"Feb. 25, 2013 (San Antonio, Texas) -- The asthma drug Xolair appears to be a safe and effective treatment for chronic hives, a new study shows.
The results of the study were presented at a news conference here at the American Academy"...
Systemic and local corticosteroid use may result in the following:
- Epistaxis, ulcerations, Candida albicans infection, impaired wound healing, and nasal septal perforation [see WARNINGS AND PRECAUTIONS]
- Cataracts and glaucoma [see WARNINGS AND PRECAUTIONS]
- Immunosuppression [see WARNINGS AND PRECAUTIONS]
- Hypothalamic-pituitary-adrenal (HPA) axis effects, including growth reduction [see WARNINGS AND PRECAUTIONS, Use In Specific Populations]
Clinical Trials Experience
The safety data described below reflect exposure to VERAMYST Nasal Spray in 1,563 patients with seasonal or perennial allergic rhinitis in 9 controlled clinical trials of 2 to 12 weeks' duration. The data from adults and adolescents are based upon 6 clinical trials in which 768 patients with seasonal or perennial allergic rhinitis (473 females and 295 males aged 12 years and older) were treated with VERAMYST Nasal Spray 110 mcg once daily for 2 to 6 weeks. The racial distribution of adult and adolescent patients receiving VERAMYST Nasal Spray was 82% white, 5% black, and 13% other. The data from pediatric patients are based upon 3 clinical trials in which 795 children with seasonal or perennial rhinitis (352 females and 443 males aged 2 to 11 years) were treated with VERAMYST Nasal Spray 55 or 110 mcg once daily for 2 to 12 weeks. The racial distribution of pediatric patients receiving VERAMYST Nasal Spray was 75% white, 11% black, and 14% other.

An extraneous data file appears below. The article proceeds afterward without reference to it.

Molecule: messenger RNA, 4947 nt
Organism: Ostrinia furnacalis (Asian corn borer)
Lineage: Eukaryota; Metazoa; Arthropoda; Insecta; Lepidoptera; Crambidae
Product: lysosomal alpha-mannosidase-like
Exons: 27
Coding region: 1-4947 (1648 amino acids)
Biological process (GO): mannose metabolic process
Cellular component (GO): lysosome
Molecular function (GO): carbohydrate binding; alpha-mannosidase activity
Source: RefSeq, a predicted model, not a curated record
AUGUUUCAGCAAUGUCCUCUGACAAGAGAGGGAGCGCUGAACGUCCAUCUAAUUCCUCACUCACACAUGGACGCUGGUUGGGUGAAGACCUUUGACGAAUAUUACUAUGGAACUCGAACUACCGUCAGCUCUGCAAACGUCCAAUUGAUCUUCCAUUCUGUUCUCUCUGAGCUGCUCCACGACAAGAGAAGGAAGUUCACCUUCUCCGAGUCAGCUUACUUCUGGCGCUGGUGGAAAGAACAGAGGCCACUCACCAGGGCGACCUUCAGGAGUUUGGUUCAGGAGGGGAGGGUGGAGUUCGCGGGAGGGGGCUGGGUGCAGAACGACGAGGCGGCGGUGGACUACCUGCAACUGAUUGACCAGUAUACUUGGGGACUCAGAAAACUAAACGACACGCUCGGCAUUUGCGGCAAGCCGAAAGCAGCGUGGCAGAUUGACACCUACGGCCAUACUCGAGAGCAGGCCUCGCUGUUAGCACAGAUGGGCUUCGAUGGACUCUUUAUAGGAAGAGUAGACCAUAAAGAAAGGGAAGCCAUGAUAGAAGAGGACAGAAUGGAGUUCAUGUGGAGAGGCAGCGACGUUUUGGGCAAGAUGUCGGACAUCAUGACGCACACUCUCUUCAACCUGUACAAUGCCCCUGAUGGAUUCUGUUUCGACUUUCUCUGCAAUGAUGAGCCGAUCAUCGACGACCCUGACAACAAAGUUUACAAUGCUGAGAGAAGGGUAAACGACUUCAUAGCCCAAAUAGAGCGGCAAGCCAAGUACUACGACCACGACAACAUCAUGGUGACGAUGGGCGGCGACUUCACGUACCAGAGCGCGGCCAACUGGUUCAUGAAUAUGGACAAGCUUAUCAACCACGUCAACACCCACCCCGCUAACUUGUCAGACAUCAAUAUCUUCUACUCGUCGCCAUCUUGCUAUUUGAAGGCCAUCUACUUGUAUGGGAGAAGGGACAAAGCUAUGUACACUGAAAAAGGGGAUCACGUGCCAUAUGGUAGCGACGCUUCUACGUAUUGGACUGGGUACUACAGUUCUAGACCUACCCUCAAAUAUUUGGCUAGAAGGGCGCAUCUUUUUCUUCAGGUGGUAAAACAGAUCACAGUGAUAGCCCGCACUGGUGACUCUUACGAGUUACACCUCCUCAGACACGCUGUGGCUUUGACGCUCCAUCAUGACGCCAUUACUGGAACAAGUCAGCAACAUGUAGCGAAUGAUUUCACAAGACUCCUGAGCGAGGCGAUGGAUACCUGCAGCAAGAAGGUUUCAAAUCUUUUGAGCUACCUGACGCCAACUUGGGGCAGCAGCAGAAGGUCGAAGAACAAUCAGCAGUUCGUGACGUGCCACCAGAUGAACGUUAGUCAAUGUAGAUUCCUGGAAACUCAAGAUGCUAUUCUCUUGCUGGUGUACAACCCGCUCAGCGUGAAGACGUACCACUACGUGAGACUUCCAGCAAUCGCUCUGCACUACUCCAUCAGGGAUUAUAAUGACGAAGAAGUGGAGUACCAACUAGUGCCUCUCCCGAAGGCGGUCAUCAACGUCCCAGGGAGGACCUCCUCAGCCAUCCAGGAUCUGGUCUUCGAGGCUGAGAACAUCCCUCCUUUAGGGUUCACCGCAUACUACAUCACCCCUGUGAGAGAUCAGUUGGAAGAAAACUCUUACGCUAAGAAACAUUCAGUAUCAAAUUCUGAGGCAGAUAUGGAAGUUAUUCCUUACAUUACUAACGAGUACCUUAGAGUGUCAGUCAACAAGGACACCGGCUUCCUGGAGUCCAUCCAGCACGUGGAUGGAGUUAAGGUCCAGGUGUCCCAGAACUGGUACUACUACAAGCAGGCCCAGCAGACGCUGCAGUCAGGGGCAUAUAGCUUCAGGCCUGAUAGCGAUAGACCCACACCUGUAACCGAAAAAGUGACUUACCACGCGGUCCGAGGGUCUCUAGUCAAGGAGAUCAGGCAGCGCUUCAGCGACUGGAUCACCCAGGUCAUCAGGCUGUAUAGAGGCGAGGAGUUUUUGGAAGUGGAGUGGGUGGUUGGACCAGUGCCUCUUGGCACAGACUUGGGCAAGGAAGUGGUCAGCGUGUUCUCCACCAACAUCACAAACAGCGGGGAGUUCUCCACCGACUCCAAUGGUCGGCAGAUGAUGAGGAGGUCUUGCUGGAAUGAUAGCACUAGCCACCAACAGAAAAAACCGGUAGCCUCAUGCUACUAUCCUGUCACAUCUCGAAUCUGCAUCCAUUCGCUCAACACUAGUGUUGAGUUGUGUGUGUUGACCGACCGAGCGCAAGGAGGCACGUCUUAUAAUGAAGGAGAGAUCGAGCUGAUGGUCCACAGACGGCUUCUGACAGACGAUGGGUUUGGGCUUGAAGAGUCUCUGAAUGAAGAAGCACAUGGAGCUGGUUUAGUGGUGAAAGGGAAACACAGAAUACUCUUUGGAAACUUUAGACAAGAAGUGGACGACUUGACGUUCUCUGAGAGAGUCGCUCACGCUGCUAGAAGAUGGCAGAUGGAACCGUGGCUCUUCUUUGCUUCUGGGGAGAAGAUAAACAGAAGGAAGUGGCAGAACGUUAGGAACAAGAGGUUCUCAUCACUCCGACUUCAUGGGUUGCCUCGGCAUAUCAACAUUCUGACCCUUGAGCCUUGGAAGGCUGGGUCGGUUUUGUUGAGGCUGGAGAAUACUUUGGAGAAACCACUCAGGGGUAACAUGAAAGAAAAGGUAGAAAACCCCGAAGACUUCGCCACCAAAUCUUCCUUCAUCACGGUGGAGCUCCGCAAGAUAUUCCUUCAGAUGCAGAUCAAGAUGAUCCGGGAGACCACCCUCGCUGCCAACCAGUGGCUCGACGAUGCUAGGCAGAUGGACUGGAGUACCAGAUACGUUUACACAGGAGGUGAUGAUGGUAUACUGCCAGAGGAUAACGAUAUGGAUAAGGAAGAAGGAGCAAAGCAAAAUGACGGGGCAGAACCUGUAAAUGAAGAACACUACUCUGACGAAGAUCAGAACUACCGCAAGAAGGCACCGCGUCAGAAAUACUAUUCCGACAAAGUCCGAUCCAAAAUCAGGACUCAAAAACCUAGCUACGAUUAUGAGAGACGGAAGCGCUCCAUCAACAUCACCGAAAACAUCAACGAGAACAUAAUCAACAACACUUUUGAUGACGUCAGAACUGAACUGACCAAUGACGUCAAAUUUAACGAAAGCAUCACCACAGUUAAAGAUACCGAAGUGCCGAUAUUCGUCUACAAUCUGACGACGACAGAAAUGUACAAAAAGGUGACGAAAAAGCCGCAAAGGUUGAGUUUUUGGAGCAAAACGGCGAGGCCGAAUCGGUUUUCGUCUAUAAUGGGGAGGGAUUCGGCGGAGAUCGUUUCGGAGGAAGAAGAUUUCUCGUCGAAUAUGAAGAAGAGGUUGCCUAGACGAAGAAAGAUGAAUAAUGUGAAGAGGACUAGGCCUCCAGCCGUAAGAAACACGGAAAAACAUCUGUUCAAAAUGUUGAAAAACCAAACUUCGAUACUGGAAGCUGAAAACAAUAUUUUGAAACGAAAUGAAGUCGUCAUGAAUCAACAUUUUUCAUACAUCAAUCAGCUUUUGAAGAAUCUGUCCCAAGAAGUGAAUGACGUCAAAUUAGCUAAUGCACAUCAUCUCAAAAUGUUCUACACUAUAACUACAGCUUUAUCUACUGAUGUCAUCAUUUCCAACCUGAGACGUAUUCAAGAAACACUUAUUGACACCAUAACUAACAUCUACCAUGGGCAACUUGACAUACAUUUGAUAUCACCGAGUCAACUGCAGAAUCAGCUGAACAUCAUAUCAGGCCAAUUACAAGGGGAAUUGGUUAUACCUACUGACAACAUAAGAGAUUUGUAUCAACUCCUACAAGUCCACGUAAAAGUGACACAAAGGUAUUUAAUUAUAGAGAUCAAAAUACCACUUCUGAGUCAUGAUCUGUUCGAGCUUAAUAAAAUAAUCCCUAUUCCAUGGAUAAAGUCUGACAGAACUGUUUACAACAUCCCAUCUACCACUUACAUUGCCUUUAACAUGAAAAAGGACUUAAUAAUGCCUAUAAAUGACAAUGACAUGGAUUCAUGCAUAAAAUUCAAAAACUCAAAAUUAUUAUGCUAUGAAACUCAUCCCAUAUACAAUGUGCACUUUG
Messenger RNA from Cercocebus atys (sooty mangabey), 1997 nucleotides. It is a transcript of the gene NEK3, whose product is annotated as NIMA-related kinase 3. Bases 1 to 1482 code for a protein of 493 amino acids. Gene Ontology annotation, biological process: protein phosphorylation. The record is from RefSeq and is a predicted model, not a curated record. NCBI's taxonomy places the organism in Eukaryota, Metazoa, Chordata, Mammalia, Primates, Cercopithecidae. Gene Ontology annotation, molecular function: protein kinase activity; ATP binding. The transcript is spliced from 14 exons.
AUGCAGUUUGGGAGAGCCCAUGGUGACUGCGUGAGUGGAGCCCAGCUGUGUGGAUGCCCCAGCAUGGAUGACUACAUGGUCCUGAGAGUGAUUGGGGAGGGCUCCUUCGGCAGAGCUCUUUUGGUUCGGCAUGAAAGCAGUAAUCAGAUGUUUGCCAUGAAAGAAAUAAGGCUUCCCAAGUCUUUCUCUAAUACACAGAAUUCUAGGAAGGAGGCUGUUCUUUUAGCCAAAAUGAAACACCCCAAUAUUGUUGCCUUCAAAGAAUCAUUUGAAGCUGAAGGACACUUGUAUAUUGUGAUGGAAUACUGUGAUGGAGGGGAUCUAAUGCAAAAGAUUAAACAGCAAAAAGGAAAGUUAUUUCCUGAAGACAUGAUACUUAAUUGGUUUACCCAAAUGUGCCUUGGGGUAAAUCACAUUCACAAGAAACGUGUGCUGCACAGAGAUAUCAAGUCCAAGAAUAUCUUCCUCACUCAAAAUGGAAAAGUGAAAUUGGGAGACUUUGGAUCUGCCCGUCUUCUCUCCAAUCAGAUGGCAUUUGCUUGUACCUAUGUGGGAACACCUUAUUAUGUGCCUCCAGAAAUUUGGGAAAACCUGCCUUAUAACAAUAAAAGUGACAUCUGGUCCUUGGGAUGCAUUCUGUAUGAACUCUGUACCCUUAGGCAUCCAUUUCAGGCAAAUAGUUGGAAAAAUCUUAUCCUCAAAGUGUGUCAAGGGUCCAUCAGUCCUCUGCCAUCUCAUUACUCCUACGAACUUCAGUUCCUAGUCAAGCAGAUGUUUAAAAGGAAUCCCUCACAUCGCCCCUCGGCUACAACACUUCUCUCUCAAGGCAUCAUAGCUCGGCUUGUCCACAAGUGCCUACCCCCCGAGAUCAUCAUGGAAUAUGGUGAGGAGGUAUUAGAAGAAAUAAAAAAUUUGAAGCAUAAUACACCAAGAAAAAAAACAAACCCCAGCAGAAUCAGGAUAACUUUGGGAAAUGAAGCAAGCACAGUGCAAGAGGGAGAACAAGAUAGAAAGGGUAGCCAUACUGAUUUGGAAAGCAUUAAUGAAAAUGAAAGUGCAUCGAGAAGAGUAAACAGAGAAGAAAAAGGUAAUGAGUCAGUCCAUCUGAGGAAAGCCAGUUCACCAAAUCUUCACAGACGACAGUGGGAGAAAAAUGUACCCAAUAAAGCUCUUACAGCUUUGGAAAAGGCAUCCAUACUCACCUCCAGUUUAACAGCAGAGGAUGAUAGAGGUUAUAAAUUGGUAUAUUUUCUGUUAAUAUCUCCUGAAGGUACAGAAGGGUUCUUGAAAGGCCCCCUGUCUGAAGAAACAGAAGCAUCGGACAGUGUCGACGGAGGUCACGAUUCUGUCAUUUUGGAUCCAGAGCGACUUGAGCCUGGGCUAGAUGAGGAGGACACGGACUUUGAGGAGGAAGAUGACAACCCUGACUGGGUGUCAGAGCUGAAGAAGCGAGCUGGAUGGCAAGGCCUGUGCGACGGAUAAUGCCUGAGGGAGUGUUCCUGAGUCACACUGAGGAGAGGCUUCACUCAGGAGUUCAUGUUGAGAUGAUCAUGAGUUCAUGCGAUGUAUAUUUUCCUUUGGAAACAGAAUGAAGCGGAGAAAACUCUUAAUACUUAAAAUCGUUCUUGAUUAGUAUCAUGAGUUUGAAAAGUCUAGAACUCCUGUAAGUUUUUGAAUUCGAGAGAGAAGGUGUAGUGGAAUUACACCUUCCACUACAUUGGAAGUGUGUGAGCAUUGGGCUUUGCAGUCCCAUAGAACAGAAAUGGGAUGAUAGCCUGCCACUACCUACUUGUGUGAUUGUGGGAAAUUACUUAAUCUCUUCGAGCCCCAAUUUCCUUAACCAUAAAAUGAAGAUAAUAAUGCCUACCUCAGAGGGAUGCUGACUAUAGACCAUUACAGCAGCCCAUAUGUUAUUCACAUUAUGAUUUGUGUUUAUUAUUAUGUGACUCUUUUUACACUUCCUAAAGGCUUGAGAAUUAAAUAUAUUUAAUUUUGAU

Because clinical trials are conducted under widely varying conditions, adverse reaction rates observed in the clinical trials of a drug cannot be directly compared with rates in the clinical trials of another drug and may not reflect the rates observed in practice.
Adults and Adolescents Aged 12 Years and Older
Overall adverse reactions were reported with approximately the same frequency by patients treated with VERAMYST Nasal Spray and those receiving placebo. Less than 3% of patients in clinical trials discontinued treatment because of adverse reactions. The rate of withdrawal among patients receiving VERAMYST Nasal Spray was similar or lower than the rate among patients receiving placebo.
Table 1 displays the common adverse reactions (>1% in any patient group receiving VERAMYST Nasal Spray) that occurred more frequently in patients aged 12 years and older treated with VERAMYST Nasal Spray compared with placebo-treated patients.
Table 1: Adverse Reactions With >1% Incidence in
Controlled Clinical Trials of 2 to 6 Weeks' Duration With VERAMYST Nasal Spray